PHILADELPHIAIn a lush pocket of greenery studded with orange flowers, Len Rem beams from beneath her straw hat. She shows off a basket of herbs she picked that morning: It’s chin baung, one of the most popular tastes in her home country of Myanmar, formerly known as Burma.
For Rem, an essential part of putting down new roots in South Philadelphia has been the chance to grow the beloved sour leaves here, in a four-by-ten-foot bed among the tangled stalks and vines of more than a hundred other urban gardeners.
Pope Francis has written eloquently about the human need for green space: "We were not meant to be inundated by cement, asphalt, glass, and metal, and deprived of physical contact with nature." He chided cities for providing “beautiful and carefully manicured green spaces in so-called safer areas of cities, but not in the more hidden areas where the disposable of society live."
But when the pope visits Philadelphia this weekend, he will be touring a city that is striving to ensure that its green space extends to all 1.5 million of its citizens, including those in Rem’s neighborhood, which has one of the highest populations of Asian immigrants in the city. The poverty rate in the surrounding U.S. Census district is more than 30 percent. (Read “Blocks From the Pope’s Mass, a Dumping Ground for the Nation’s Capital.”)
Philadelphia is known for its park space, including historic Independence Mall, one of the first places the pope will tour, and tree-lined Benjamin Franklin Parkway, where he will celebrate Mass to conclude the World Meeting of Families on Sunday. That avenue connects Center City Philadelphia with Fairmount Park, which at ten times the size of New York’s Central Park is one of the world’s largest municipal park systems. (Read “Kids Struggle to Breathe in This Neighborhood on Pope’s Tour.”)
Nevertheless, more than 200,000 Philadelphians still live in neighborhoods—mostly in low-income areas—-with no public green space within walking distance.
In response, many neighborhoods, with the help of nonprofits, are creating their own gardens out of vacant lots. It began decades ago as a do-it-yourself anti-blight effort by neighbors who cleared debris and weeds from sites of demolished businesses and abandoned houses. Hundreds of community gardens have taken shape on these vacant Philadelphia parcels.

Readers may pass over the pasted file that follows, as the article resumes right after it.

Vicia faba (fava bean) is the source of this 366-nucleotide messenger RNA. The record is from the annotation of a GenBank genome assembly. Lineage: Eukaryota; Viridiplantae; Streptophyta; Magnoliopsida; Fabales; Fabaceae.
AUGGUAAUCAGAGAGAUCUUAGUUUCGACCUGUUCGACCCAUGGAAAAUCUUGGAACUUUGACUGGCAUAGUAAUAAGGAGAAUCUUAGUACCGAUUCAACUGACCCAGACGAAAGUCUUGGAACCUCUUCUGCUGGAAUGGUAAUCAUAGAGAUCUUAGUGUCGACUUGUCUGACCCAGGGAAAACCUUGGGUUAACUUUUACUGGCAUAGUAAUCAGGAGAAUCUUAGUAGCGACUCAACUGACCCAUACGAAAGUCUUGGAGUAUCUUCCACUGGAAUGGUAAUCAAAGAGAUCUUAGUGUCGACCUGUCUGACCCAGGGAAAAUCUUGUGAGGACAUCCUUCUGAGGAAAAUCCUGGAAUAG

The gardens are “repairing the somewhat torn threads of social fabric in some of these areas, using agriculture as the glue,” says John Carpenter, deputy executive director of the Philadelphia Land Bank. The agency, just established this year, is responsible for restoring the city’s estimated 40,000 vacant lots to productive use.
A University of Pennsylvania study has linked decreased crime and better health—less stress and more exercise—with the greening of more than 4,000 vacant lots in Philadelphia from 1999 to 2008. Nonprofit groups also point out that gardens yield fresh and healthful produce.
"These spaces are really anchors in the community," says Jenny Greenberg, executive director of the nonprofit Neighborhood Gardens Trust. "They are an oasis and focal point where urban residents can come together."
A City Built by Immigrants
It is fitting that in the City of Brotherly Love, founded and built by successive waves of immigrants, some of the most striking examples of this effort are in communities established by Philadelphia’s newest arrivals.
The garden where Rem grows her herbs and vegetables has become a place for Bhutanese and Burmese refugee families to plant tradition and culture in a new soil.
Beneath colorful murals that depict the land they left behind in Asia, Rem says it was impossible to find chin baung in Philadelphia stores when she arrived four years ago. She had to travel to New Jersey to buy it for five dollars a pound. The nonprofit aid group Nationalities Service Center, which helped find and establish the garden site for the refugees, assisted in the search for seeds so the immigrants could grow chin baung themselves.
When asked to describe how Philadelphia compares with her former home, Rem says through a translator, "In Burma, we worked, but we were still hungry." She was one of tens of thousands of ethnic-minority people who fled persecution by Burma's former military regime.